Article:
The contract had to be renewed once because their financier approved the loan at 5.30pm but the contract had run out at 5pm.

But when the younger couple made two additional requests for a settlement extension, they were denied.

“There was no other contract when we made the decision not to extend,” the vendors wrote.

“This decision was based on legal advice and their repeated inability to meet deadlines which was a constant feature throughout this whole process.”

The vendors also said they didn’t stand to make a huge profit.

“We did not pocket $75,000 as has been reported because we were obligated to meet all sale costs including the agent’s commission despite the sale not proceeding,” they continued.

“We were facing having to duplicate all of these costs by returning the property to market.”

The sellers added that they “were devastated at this eleventh-hour request as were due to fly interstate the very next day and our beloved pet and all our worldly possessions had already been packed and sent. We had also intended to use this money to settle on a purchase interstate.”

The couple said they had retirement plans that were up in the air as a result. They now reside in Western Australia.

They said legal fees had also left them “out of pocket to the tune of tens of thousands of dollars”.

“We did nothing wrong,” they reiterated.

Professor William Duncan, an expert in property law at the Queensland University of Technology, said the case called to attention that Queensland’s property laws may need a major rethink.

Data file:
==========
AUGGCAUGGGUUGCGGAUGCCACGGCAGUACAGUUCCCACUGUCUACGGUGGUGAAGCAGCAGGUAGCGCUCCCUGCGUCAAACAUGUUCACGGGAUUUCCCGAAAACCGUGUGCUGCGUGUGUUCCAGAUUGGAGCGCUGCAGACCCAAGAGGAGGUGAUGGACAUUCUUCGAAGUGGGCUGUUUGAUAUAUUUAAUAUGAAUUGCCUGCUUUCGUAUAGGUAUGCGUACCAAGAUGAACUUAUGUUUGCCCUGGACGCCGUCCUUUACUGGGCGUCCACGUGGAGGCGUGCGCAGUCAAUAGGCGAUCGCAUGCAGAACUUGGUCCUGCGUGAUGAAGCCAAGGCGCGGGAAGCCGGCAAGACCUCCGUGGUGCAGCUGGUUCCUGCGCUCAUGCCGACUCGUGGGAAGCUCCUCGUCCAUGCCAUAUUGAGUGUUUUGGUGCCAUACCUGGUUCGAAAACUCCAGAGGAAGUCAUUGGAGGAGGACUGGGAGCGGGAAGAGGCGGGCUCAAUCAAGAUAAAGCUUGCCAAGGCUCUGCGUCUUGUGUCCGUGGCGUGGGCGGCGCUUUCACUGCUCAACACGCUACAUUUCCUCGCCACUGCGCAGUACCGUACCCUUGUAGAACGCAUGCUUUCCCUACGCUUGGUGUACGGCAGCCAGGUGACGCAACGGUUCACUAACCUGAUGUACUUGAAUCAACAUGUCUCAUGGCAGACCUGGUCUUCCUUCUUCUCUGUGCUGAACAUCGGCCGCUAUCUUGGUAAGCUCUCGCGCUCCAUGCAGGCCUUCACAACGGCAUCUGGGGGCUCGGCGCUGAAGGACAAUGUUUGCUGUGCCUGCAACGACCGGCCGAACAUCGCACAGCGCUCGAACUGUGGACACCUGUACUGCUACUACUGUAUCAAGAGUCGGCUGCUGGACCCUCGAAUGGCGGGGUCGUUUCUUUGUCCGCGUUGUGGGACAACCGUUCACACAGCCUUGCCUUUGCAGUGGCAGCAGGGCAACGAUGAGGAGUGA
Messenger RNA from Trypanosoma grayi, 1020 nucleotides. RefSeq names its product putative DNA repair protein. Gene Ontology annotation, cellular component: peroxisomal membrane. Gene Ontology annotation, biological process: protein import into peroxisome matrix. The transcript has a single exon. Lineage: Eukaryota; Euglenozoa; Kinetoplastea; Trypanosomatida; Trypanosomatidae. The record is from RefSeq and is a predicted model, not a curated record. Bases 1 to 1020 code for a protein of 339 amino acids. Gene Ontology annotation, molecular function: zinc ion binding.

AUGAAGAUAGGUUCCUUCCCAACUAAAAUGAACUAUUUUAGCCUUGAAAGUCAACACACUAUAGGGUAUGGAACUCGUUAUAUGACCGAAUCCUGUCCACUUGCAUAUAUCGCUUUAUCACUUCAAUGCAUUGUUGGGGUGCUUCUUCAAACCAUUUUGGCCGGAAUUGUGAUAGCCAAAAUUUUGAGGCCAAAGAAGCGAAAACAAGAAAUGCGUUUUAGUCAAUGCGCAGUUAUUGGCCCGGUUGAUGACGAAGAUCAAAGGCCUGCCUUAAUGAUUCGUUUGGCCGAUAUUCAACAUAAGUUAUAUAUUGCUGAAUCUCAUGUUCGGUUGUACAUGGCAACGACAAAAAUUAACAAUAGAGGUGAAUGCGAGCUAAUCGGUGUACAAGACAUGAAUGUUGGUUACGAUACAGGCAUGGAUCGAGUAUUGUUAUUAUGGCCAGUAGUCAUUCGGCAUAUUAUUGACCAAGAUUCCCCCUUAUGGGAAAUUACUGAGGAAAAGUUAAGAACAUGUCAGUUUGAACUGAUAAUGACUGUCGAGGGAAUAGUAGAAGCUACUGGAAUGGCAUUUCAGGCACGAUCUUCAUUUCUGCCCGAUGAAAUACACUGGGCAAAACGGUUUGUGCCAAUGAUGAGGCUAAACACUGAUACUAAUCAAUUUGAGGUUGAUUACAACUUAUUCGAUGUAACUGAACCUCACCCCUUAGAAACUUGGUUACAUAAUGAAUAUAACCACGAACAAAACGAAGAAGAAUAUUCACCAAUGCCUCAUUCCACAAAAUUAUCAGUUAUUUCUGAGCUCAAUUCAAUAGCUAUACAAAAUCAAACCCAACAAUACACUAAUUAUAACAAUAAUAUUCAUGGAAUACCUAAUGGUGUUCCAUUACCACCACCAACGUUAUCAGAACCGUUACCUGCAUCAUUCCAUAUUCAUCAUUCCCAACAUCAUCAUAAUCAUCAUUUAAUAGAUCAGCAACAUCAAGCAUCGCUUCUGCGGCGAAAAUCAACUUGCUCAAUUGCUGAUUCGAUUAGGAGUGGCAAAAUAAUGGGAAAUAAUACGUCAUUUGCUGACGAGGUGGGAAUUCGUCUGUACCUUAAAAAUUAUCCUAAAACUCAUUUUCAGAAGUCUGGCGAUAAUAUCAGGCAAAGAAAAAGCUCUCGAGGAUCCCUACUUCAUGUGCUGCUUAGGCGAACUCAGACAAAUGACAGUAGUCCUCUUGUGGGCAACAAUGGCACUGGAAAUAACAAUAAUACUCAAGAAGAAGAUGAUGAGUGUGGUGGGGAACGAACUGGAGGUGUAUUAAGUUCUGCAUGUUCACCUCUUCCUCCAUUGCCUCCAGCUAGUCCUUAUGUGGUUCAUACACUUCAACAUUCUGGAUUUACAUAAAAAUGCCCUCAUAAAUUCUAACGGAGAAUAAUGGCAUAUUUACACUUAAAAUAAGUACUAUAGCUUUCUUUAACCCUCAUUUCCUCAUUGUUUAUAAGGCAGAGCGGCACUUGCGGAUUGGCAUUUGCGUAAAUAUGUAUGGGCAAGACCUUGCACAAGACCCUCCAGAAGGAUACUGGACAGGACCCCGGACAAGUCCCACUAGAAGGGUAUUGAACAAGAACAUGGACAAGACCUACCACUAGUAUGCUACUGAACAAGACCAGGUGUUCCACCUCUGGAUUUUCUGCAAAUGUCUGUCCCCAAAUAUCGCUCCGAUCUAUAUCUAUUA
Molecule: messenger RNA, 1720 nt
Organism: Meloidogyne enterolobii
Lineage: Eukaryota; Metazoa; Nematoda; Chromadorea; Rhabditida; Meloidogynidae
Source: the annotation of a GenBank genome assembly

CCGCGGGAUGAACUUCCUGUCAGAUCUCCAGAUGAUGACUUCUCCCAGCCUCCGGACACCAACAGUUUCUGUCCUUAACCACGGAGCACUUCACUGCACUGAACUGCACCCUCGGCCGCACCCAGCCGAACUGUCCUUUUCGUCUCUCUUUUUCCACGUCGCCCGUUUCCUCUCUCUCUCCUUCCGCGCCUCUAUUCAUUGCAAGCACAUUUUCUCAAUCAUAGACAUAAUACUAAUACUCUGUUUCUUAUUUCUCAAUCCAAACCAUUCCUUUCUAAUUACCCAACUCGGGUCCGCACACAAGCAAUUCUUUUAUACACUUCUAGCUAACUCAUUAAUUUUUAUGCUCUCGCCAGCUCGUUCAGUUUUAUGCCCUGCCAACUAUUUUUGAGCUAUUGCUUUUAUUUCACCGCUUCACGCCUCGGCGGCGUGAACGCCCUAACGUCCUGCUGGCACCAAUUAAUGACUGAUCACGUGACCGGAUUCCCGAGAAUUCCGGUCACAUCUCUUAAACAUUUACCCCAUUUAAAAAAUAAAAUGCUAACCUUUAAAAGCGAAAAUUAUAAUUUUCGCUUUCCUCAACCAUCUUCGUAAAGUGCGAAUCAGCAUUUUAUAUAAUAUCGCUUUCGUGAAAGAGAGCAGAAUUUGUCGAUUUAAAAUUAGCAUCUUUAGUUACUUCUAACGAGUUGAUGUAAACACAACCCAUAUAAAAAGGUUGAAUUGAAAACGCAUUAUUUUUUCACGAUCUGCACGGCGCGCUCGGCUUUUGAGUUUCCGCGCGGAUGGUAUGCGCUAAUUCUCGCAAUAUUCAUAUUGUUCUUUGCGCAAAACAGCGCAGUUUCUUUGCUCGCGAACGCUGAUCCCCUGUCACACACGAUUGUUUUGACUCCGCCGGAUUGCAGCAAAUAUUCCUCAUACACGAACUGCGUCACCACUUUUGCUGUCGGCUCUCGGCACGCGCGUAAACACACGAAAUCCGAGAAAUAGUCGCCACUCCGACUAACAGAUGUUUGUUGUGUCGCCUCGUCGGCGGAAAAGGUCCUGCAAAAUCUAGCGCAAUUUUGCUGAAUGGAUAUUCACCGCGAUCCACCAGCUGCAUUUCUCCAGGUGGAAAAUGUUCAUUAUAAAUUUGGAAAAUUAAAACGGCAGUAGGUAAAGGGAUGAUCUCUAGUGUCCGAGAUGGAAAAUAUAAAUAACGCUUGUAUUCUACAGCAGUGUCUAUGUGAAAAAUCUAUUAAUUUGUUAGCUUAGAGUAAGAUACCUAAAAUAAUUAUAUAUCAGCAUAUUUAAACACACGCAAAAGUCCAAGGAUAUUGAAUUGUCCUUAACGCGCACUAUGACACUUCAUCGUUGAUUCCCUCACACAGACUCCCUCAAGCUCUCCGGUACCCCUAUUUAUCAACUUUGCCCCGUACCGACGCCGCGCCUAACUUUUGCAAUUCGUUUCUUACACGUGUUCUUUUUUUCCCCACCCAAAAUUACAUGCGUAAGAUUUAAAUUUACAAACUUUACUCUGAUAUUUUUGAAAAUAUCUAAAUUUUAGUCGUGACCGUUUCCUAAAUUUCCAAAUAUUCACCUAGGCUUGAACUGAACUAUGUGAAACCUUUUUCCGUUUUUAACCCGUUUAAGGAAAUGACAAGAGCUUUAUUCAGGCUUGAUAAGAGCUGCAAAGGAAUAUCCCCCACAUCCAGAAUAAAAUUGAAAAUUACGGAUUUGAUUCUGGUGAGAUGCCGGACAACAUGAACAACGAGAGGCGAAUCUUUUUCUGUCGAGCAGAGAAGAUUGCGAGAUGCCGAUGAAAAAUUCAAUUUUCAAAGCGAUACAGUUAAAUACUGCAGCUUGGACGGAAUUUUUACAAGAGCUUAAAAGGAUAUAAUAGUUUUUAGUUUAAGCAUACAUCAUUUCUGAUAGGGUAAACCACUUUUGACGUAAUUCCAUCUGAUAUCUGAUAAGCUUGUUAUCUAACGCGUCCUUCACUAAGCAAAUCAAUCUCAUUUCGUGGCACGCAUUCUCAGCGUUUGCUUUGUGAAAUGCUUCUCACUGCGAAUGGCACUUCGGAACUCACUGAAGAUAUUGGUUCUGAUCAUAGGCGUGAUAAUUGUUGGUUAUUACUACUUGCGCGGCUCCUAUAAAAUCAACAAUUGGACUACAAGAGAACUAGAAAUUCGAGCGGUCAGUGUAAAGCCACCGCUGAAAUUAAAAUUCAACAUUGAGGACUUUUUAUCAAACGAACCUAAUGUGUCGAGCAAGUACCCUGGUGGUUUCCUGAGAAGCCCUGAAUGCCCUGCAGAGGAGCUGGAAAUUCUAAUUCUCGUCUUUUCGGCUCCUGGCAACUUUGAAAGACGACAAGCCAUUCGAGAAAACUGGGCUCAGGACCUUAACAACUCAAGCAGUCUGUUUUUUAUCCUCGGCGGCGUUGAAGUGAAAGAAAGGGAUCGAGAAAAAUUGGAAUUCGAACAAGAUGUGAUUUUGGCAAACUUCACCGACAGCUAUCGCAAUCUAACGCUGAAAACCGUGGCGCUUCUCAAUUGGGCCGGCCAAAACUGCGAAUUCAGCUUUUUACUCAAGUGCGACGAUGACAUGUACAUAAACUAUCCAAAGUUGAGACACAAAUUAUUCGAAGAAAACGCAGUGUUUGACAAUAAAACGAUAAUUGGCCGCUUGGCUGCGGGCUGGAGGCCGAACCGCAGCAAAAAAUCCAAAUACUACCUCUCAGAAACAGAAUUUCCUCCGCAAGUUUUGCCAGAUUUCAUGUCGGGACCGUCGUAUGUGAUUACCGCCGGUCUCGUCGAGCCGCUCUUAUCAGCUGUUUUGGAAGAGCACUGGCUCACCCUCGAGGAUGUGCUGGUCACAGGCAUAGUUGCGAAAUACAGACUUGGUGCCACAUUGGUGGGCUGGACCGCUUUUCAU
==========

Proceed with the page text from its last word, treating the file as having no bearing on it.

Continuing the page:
“In a sense, it is sudden death in Queensland. The time of the settlement is critical in Queensland,” he said.

He said the 14-day grace period given in other states “saves this kind of this thing from happening. Little things can go wrong, which is not the fault of either party”.

In other states, it takes a little longer to settle, between six to eight weeks compared to four or five weeks in Queensland.

“The law in NSW (and other states) is probably a little better,” he said. “I see nothing wrong with a longer period. This has been talked about on and off for years.”

As for this particular scenario, Professor Duncan admitted he “can see both sides”.

“I feel sorry for the buyers but the sellers have not acted improperly,” he said. “House prices are rising so rapidly, I can’t blame the vendors in a sense because it wasn’t their fault.”

Mr Trau rejected that he and his fiancee had been treated “fairly’.

“The question is whether they think taking someone’s $75,000 is fair compensation for not even a 24 hour delay in settlement,” he said.

Westpac agreed to reimburse the young couple as they acknowledged they had made a manual processing error.

This week, Mr Trau and Ms Goyder were given $100,000 by the bank. The cost covered the deposit as well as their solicitor fees. The bank also factored in $5000 each for the stress and anxiety it caused them over the last few weeks.

A Westpac spokesperson said in a statement to news.com.au: “We apologise for the experience this couple had while trying to buy their home.

“We’ve done a review of this case and worked with our customers to quickly resolve the issue and put it right.

“While we are limited on what we can say due to privacy, we will continue to work with our customers to support them as they look to buy a home.”